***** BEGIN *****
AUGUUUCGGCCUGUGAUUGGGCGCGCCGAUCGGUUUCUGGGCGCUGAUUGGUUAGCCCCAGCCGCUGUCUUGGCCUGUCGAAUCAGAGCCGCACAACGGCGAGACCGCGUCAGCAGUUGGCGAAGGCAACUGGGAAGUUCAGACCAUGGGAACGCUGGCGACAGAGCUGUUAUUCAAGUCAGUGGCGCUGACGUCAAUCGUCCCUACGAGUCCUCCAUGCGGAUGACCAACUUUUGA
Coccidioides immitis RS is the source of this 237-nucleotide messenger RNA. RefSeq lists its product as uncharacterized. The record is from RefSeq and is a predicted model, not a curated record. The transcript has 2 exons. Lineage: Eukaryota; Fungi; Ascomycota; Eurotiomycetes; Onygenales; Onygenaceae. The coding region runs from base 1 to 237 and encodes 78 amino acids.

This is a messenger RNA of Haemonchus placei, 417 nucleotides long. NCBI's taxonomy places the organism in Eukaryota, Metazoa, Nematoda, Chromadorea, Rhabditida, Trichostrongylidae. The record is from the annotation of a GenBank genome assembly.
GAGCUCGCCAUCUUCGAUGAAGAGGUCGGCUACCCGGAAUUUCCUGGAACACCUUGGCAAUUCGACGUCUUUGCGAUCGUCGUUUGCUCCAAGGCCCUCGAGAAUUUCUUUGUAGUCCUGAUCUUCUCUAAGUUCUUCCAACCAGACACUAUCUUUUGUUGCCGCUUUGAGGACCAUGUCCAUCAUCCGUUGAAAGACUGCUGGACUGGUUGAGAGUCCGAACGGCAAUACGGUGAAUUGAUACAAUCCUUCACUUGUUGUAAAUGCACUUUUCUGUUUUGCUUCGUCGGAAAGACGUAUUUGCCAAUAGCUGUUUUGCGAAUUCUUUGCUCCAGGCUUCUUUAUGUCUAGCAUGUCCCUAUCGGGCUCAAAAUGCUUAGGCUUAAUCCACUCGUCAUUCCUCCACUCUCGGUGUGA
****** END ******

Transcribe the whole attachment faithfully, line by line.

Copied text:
AUGUUUCGGCCUGUGAUUGGGCGCGCCGAUCGGUUUCUGGGCGCUGAUUGGUUAGCCCCAGCCGCUGUCUUGGCCUGUCGAAUCAGAGCCGCACAACGGCGAGACCGCGUCAGCAGUUGGCGAAGGCAACUGGGAAGUUCAGACCAUGGGAACGCUGGCGACAGAGCUGUUAUUCAAGUCAGUGGCGCUGACGUCAAUCGUCCCUACGAGUCCUCCAUGCGGAUGACCAACUUUUGA
Coccidioides immitis RS is the source of this 237-nucleotide messenger RNA. RefSeq lists its product as uncharacterized. The record is from RefSeq and is a predicted model, not a curated record. The transcript has 2 exons. Lineage: Eukaryota; Fungi; Ascomycota; Eurotiomycetes; Onygenales; Onygenaceae. The coding region runs from base 1 to 237 and encodes 78 amino acids.

This is a messenger RNA of Haemonchus placei, 417 nucleotides long. NCBI's taxonomy places the organism in Eukaryota, Metazoa, Nematoda, Chromadorea, Rhabditida, Trichostrongylidae. The record is from the annotation of a GenBank genome assembly.
GAGCUCGCCAUCUUCGAUGAAGAGGUCGGCUACCCGGAAUUUCCUGGAACACCUUGGCAAUUCGACGUCUUUGCGAUCGUCGUUUGCUCCAAGGCCCUCGAGAAUUUCUUUGUAGUCCUGAUCUUCUCUAAGUUCUUCCAACCAGACACUAUCUUUUGUUGCCGCUUUGAGGACCAUGUCCAUCAUCCGUUGAAAGACUGCUGGACUGGUUGAGAGUCCGAACGGCAAUACGGUGAAUUGAUACAAUCCUUCACUUGUUGUAAAUGCACUUUUCUGUUUUGCUUCGUCGGAAAGACGUAUUUGCCAAUAGCUGUUUUGCGAAUUCUUUGCUCCAGGCUUCUUUAUGUCUAGCAUGUCCCUAUCGGGCUCAAAAUGCUUAGGCUUAAUCCACUCGUCAUUCCUCCACUCUCGGUGUGA